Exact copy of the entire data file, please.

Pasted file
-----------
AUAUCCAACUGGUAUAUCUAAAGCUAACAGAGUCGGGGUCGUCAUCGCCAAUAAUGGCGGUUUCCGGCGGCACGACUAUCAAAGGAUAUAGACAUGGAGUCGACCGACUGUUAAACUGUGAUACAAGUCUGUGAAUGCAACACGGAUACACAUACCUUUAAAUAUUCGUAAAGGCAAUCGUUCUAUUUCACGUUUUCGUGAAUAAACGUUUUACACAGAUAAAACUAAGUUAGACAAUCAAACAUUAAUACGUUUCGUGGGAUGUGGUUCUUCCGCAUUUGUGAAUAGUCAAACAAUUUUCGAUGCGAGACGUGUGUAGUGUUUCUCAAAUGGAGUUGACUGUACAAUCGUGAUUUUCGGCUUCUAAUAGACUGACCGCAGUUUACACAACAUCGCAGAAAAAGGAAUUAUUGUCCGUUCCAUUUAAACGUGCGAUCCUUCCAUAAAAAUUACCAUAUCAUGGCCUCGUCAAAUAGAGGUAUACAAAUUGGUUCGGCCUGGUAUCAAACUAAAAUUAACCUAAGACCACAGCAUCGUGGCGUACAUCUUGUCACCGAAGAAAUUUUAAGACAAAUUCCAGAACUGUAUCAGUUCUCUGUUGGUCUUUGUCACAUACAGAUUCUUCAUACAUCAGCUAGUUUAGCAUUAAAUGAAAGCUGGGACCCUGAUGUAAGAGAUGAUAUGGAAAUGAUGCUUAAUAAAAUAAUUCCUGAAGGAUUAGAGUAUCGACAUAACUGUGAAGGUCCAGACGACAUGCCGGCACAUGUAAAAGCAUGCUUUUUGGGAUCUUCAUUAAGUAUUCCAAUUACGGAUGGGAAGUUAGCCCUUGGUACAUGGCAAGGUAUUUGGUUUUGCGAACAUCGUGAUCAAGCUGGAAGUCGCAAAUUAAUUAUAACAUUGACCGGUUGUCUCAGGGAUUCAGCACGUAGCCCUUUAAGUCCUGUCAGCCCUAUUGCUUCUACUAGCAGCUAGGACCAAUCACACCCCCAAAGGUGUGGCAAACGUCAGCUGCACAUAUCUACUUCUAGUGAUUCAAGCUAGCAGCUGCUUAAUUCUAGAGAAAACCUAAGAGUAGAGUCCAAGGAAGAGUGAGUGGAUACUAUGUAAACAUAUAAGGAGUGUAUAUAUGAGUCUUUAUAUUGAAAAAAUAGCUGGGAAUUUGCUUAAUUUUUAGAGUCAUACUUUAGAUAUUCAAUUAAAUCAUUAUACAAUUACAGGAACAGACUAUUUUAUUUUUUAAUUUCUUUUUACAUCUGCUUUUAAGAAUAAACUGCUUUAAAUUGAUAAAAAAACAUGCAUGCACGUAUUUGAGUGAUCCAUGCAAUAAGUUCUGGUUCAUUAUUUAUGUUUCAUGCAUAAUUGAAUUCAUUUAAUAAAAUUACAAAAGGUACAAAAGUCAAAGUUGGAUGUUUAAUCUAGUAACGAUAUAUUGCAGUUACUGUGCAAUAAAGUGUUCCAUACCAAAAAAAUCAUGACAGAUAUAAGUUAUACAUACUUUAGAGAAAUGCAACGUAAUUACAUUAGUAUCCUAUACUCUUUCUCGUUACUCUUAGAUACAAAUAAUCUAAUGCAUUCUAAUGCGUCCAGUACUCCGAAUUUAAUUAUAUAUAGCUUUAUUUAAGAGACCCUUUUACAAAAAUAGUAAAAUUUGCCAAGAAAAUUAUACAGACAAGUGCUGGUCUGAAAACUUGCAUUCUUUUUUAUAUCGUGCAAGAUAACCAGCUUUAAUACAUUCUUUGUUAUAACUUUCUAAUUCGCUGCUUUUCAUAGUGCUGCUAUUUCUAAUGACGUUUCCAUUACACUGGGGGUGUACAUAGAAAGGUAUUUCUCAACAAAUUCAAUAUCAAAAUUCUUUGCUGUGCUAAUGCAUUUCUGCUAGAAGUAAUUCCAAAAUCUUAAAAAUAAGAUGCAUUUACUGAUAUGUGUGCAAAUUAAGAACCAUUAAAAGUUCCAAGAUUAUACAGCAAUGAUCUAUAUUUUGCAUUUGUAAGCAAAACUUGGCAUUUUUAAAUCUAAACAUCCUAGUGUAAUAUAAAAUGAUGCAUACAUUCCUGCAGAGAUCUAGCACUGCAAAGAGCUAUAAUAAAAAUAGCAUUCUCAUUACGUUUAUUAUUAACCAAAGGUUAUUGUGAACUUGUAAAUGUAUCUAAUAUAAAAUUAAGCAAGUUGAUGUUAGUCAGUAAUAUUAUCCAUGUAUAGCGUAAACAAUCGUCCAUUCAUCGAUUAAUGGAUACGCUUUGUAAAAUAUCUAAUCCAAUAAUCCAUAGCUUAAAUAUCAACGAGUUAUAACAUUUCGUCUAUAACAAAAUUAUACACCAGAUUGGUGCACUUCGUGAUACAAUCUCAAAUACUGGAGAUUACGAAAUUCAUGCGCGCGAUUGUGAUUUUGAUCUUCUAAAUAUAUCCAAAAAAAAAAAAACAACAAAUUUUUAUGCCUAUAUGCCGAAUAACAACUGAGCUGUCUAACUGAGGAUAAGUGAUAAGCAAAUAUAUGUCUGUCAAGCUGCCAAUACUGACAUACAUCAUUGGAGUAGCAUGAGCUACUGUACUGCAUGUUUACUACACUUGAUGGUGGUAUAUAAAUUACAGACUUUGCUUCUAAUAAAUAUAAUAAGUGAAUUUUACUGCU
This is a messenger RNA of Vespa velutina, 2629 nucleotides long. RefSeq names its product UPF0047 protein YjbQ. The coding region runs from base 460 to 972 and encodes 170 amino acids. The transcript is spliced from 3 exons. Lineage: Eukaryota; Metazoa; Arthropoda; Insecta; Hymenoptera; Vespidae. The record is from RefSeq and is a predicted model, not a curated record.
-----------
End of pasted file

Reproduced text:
AUAUCCAACUGGUAUAUCUAAAGCUAACAGAGUCGGGGUCGUCAUCGCCAAUAAUGGCGGUUUCCGGCGGCACGACUAUCAAAGGAUAUAGACAUGGAGUCGACCGACUGUUAAACUGUGAUACAAGUCUGUGAAUGCAACACGGAUACACAUACCUUUAAAUAUUCGUAAAGGCAAUCGUUCUAUUUCACGUUUUCGUGAAUAAACGUUUUACACAGAUAAAACUAAGUUAGACAAUCAAACAUUAAUACGUUUCGUGGGAUGUGGUUCUUCCGCAUUUGUGAAUAGUCAAACAAUUUUCGAUGCGAGACGUGUGUAGUGUUUCUCAAAUGGAGUUGACUGUACAAUCGUGAUUUUCGGCUUCUAAUAGACUGACCGCAGUUUACACAACAUCGCAGAAAAAGGAAUUAUUGUCCGUUCCAUUUAAACGUGCGAUCCUUCCAUAAAAAUUACCAUAUCAUGGCCUCGUCAAAUAGAGGUAUACAAAUUGGUUCGGCCUGGUAUCAAACUAAAAUUAACCUAAGACCACAGCAUCGUGGCGUACAUCUUGUCACCGAAGAAAUUUUAAGACAAAUUCCAGAACUGUAUCAGUUCUCUGUUGGUCUUUGUCACAUACAGAUUCUUCAUACAUCAGCUAGUUUAGCAUUAAAUGAAAGCUGGGACCCUGAUGUAAGAGAUGAUAUGGAAAUGAUGCUUAAUAAAAUAAUUCCUGAAGGAUUAGAGUAUCGACAUAACUGUGAAGGUCCAGACGACAUGCCGGCACAUGUAAAAGCAUGCUUUUUGGGAUCUUCAUUAAGUAUUCCAAUUACGGAUGGGAAGUUAGCCCUUGGUACAUGGCAAGGUAUUUGGUUUUGCGAACAUCGUGAUCAAGCUGGAAGUCGCAAAUUAAUUAUAACAUUGACCGGUUGUCUCAGGGAUUCAGCACGUAGCCCUUUAAGUCCUGUCAGCCCUAUUGCUUCUACUAGCAGCUAGGACCAAUCACACCCCCAAAGGUGUGGCAAACGUCAGCUGCACAUAUCUACUUCUAGUGAUUCAAGCUAGCAGCUGCUUAAUUCUAGAGAAAACCUAAGAGUAGAGUCCAAGGAAGAGUGAGUGGAUACUAUGUAAACAUAUAAGGAGUGUAUAUAUGAGUCUUUAUAUUGAAAAAAUAGCUGGGAAUUUGCUUAAUUUUUAGAGUCAUACUUUAGAUAUUCAAUUAAAUCAUUAUACAAUUACAGGAACAGACUAUUUUAUUUUUUAAUUUCUUUUUACAUCUGCUUUUAAGAAUAAACUGCUUUAAAUUGAUAAAAAAACAUGCAUGCACGUAUUUGAGUGAUCCAUGCAAUAAGUUCUGGUUCAUUAUUUAUGUUUCAUGCAUAAUUGAAUUCAUUUAAUAAAAUUACAAAAGGUACAAAAGUCAAAGUUGGAUGUUUAAUCUAGUAACGAUAUAUUGCAGUUACUGUGCAAUAAAGUGUUCCAUACCAAAAAAAUCAUGACAGAUAUAAGUUAUACAUACUUUAGAGAAAUGCAACGUAAUUACAUUAGUAUCCUAUACUCUUUCUCGUUACUCUUAGAUACAAAUAAUCUAAUGCAUUCUAAUGCGUCCAGUACUCCGAAUUUAAUUAUAUAUAGCUUUAUUUAAGAGACCCUUUUACAAAAAUAGUAAAAUUUGCCAAGAAAAUUAUACAGACAAGUGCUGGUCUGAAAACUUGCAUUCUUUUUUAUAUCGUGCAAGAUAACCAGCUUUAAUACAUUCUUUGUUAUAACUUUCUAAUUCGCUGCUUUUCAUAGUGCUGCUAUUUCUAAUGACGUUUCCAUUACACUGGGGGUGUACAUAGAAAGGUAUUUCUCAACAAAUUCAAUAUCAAAAUUCUUUGCUGUGCUAAUGCAUUUCUGCUAGAAGUAAUUCCAAAAUCUUAAAAAUAAGAUGCAUUUACUGAUAUGUGUGCAAAUUAAGAACCAUUAAAAGUUCCAAGAUUAUACAGCAAUGAUCUAUAUUUUGCAUUUGUAAGCAAAACUUGGCAUUUUUAAAUCUAAACAUCCUAGUGUAAUAUAAAAUGAUGCAUACAUUCCUGCAGAGAUCUAGCACUGCAAAGAGCUAUAAUAAAAAUAGCAUUCUCAUUACGUUUAUUAUUAACCAAAGGUUAUUGUGAACUUGUAAAUGUAUCUAAUAUAAAAUUAAGCAAGUUGAUGUUAGUCAGUAAUAUUAUCCAUGUAUAGCGUAAACAAUCGUCCAUUCAUCGAUUAAUGGAUACGCUUUGUAAAAUAUCUAAUCCAAUAAUCCAUAGCUUAAAUAUCAACGAGUUAUAACAUUUCGUCUAUAACAAAAUUAUACACCAGAUUGGUGCACUUCGUGAUACAAUCUCAAAUACUGGAGAUUACGAAAUUCAUGCGCGCGAUUGUGAUUUUGAUCUUCUAAAUAUAUCCAAAAAAAAAAAAACAACAAAUUUUUAUGCCUAUAUGCCGAAUAACAACUGAGCUGUCUAACUGAGGAUAAGUGAUAAGCAAAUAUAUGUCUGUCAAGCUGCCAAUACUGACAUACAUCAUUGGAGUAGCAUGAGCUACUGUACUGCAUGUUUACUACACUUGAUGGUGGUAUAUAAAUUACAGACUUUGCUUCUAAUAAAUAUAAUAAGUGAAUUUUACUGCU
This is a messenger RNA of Vespa velutina, 2629 nucleotides long. RefSeq names its product UPF0047 protein YjbQ. The coding region runs from base 460 to 972 and encodes 170 amino acids. The transcript is spliced from 3 exons. Lineage: Eukaryota; Metazoa; Arthropoda; Insecta; Hymenoptera; Vespidae. The record is from RefSeq and is a predicted model, not a curated record.